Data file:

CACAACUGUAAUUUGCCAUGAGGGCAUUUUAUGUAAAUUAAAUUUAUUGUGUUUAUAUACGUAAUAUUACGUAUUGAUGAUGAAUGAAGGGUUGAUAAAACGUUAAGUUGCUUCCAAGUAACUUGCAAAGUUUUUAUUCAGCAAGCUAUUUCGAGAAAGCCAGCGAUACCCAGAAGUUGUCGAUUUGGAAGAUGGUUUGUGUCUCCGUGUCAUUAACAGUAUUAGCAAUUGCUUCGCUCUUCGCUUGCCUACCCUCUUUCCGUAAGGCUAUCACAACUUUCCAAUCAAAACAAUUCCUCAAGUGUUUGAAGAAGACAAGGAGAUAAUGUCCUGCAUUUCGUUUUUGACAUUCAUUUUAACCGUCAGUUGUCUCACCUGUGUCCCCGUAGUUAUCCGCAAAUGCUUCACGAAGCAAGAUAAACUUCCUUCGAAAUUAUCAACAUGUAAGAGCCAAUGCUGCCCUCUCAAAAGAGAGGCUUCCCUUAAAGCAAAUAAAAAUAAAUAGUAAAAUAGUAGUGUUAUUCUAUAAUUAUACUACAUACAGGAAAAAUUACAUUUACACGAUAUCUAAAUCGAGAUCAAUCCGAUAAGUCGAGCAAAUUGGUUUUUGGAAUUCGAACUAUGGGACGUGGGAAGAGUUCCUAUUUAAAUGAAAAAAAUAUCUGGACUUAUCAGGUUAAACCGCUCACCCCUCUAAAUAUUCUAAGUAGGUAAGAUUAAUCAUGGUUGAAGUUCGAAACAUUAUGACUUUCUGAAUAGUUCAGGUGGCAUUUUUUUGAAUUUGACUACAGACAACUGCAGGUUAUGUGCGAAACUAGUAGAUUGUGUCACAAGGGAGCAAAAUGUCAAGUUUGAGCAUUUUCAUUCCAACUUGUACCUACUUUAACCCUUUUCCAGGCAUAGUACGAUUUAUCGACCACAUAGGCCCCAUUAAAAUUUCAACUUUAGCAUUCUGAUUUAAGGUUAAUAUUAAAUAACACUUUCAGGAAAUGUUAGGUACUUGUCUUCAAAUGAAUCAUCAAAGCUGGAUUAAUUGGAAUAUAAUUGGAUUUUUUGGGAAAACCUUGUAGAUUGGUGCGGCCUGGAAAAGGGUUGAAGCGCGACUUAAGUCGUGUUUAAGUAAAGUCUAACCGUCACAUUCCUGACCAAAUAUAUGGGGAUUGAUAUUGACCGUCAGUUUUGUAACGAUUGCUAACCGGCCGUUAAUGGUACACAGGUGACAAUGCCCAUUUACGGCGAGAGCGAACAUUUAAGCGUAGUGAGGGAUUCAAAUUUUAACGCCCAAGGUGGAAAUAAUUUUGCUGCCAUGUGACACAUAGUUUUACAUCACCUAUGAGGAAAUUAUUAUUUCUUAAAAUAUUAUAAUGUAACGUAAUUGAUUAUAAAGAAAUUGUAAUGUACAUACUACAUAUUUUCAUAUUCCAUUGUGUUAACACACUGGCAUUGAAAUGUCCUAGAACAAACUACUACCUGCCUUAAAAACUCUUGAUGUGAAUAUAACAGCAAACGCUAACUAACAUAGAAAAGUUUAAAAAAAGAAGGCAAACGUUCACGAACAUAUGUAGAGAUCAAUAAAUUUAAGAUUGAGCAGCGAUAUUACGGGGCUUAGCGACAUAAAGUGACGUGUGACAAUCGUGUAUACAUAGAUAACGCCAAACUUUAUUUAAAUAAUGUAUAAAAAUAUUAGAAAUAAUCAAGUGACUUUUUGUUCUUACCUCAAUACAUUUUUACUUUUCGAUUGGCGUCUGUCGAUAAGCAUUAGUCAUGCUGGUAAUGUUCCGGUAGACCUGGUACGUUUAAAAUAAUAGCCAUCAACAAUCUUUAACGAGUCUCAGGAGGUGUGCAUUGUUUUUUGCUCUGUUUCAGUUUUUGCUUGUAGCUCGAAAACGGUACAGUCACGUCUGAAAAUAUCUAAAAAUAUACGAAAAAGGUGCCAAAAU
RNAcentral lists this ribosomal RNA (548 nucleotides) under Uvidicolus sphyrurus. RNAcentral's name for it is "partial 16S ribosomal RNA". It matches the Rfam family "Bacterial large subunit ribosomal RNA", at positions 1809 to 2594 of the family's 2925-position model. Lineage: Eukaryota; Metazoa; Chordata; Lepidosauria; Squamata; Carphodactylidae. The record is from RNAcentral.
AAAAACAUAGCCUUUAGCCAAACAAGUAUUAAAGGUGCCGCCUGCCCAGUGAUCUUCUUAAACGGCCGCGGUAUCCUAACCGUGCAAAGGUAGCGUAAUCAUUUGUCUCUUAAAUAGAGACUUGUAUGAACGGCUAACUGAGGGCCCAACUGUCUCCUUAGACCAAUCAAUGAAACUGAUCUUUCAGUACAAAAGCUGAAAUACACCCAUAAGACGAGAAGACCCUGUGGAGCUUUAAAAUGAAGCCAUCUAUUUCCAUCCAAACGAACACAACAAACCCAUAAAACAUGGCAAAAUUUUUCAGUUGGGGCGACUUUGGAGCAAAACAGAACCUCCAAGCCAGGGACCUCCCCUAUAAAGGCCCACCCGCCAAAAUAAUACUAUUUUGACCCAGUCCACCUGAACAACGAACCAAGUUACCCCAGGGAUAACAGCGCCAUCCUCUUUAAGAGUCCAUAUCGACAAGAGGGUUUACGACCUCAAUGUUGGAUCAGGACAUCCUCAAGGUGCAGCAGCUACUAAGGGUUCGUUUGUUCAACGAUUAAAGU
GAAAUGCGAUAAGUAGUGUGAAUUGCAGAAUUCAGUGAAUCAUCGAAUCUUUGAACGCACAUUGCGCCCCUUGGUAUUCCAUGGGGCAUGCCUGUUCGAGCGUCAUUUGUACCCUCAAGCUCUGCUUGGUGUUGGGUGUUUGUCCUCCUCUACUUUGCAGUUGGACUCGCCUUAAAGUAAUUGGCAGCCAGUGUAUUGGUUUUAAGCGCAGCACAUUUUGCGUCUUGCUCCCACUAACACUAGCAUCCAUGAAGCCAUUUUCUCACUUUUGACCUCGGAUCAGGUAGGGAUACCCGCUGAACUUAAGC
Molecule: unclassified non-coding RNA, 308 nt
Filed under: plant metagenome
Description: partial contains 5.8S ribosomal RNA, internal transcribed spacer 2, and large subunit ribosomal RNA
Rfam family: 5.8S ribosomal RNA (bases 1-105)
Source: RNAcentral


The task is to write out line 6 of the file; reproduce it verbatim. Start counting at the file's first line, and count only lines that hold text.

Filed under: plant metagenome